Forget that he couldn't even pronounce the names of half the teams his agent was suggesting -- he boarded a plane for Turkey to embark on an adventure he's still living.
Middleton readily admits he didn't know that they even played basketball in Turkey, and when he touched down to be greeted by armed guards wielding Uzi machine guns, he realized that he was entering a very different world.
Not that it seemed to bother him on the court. Playing in Mersin, a large city and a port on the Mediterranean coast of southern Turkey, he was voted MVP in 1988 and began to enjoy life after adapting to life away from home.
"I had never left the States and being in Turkey at that time was strange," said Middleton.
"The people was good to me but still, I was away from home, the food was different, they spoke another language, and I didn't know what they were saying.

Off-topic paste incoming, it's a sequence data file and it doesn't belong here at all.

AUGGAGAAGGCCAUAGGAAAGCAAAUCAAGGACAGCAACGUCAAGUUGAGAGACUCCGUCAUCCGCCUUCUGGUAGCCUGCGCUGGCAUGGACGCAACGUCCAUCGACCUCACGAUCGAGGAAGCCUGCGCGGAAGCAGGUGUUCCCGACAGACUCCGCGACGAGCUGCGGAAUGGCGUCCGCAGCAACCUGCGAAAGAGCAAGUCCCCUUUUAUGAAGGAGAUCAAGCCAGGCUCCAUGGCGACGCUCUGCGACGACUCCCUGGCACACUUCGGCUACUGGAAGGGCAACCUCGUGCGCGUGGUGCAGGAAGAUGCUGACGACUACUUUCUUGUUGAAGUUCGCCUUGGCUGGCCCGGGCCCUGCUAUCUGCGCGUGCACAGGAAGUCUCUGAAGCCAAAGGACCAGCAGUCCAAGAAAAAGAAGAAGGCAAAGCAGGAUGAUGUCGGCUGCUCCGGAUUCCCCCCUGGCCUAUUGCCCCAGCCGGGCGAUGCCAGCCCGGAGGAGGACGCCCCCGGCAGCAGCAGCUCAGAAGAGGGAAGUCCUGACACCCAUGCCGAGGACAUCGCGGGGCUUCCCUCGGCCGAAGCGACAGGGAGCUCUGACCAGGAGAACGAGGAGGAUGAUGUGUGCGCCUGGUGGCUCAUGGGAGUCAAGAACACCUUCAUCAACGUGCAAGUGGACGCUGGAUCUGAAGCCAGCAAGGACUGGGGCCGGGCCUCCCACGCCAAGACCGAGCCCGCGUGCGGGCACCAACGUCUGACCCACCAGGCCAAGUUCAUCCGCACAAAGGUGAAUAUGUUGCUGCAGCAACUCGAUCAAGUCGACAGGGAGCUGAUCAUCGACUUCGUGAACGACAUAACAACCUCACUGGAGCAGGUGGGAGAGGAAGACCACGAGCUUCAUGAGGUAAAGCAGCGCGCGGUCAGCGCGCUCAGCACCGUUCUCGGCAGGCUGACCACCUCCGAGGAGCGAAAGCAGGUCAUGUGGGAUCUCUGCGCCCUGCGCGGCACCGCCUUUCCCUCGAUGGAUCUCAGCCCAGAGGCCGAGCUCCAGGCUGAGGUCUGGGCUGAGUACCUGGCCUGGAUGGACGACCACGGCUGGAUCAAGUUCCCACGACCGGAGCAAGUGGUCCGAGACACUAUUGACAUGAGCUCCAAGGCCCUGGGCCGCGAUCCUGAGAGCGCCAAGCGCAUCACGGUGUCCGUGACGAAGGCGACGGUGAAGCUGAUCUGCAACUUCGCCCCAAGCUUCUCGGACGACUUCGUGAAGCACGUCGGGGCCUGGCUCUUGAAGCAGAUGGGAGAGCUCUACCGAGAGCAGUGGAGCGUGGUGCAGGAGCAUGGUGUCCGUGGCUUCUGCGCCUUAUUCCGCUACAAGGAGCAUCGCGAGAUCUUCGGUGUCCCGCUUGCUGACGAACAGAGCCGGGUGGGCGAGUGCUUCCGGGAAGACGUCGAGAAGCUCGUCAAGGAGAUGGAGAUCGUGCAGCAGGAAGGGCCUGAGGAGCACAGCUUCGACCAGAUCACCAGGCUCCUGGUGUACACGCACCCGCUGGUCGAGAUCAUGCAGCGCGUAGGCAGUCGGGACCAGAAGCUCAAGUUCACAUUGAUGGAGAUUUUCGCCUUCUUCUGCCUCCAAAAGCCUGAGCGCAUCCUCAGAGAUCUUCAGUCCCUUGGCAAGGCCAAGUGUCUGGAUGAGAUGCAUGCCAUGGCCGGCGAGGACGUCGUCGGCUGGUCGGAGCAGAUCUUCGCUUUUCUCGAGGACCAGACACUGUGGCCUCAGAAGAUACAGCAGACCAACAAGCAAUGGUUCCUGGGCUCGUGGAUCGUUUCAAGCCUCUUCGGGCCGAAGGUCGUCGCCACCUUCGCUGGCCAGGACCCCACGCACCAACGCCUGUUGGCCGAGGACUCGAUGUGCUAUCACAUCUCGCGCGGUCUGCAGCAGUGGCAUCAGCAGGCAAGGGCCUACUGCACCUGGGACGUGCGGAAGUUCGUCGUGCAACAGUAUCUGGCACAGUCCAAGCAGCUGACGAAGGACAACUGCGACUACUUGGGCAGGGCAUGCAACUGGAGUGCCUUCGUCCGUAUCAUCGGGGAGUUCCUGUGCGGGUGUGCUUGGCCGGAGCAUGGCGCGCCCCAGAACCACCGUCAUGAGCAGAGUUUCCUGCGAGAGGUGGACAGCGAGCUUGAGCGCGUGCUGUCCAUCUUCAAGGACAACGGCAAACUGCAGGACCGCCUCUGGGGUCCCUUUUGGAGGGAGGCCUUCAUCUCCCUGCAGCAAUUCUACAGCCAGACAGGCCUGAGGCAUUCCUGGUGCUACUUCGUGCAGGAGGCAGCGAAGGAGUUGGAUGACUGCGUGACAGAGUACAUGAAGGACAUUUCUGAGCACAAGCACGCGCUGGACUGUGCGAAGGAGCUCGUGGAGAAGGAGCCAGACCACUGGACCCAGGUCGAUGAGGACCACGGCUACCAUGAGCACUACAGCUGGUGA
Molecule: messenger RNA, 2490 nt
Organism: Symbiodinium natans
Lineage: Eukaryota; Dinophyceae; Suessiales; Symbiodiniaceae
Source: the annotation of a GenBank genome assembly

"The coach helped me a lot. He took care of me, treated me like family and that helped. Normally that doesn't happen in New York -- the coaches just bring you into the team and you're on your own."
Mersin was the first stop on a tour which would take in Italy, Spain, Greece and Russia. It was in Greece with Panathinaikos where Middleton won the Euroleague in 2002 on top of four Greek league titles and two domestic cups.
Further success followed in Spain with Girona where he won the FIBA EuroCup in 2007 some 12 years after helping FC Barcelona win two league titles.
Voted MVP in the Spanish league three times during his career, it's no real surprise that Middleton chose to remain in Europe than return to the U.S.
He considers himself European, speaks Spanish and while he continues to play at the age of 47, he has turned his hand to a new love of his -- cooking.
Middleton co-owns a restaurant in Alicante on the Mediterranean coast, where he produces some impressive tasting cuisine.
He can make a mean dessert and his big hands so used to the shape of a ball have become more delicate in their approach to rolling cannelloni.
It was only when he arrived in Barcelona in the 1990s that he discovered he was just as capable of creating souffles as the was netting three-pointers.
"My plan was never to be a chef or to cook but you need something else, you need a hobby," he said.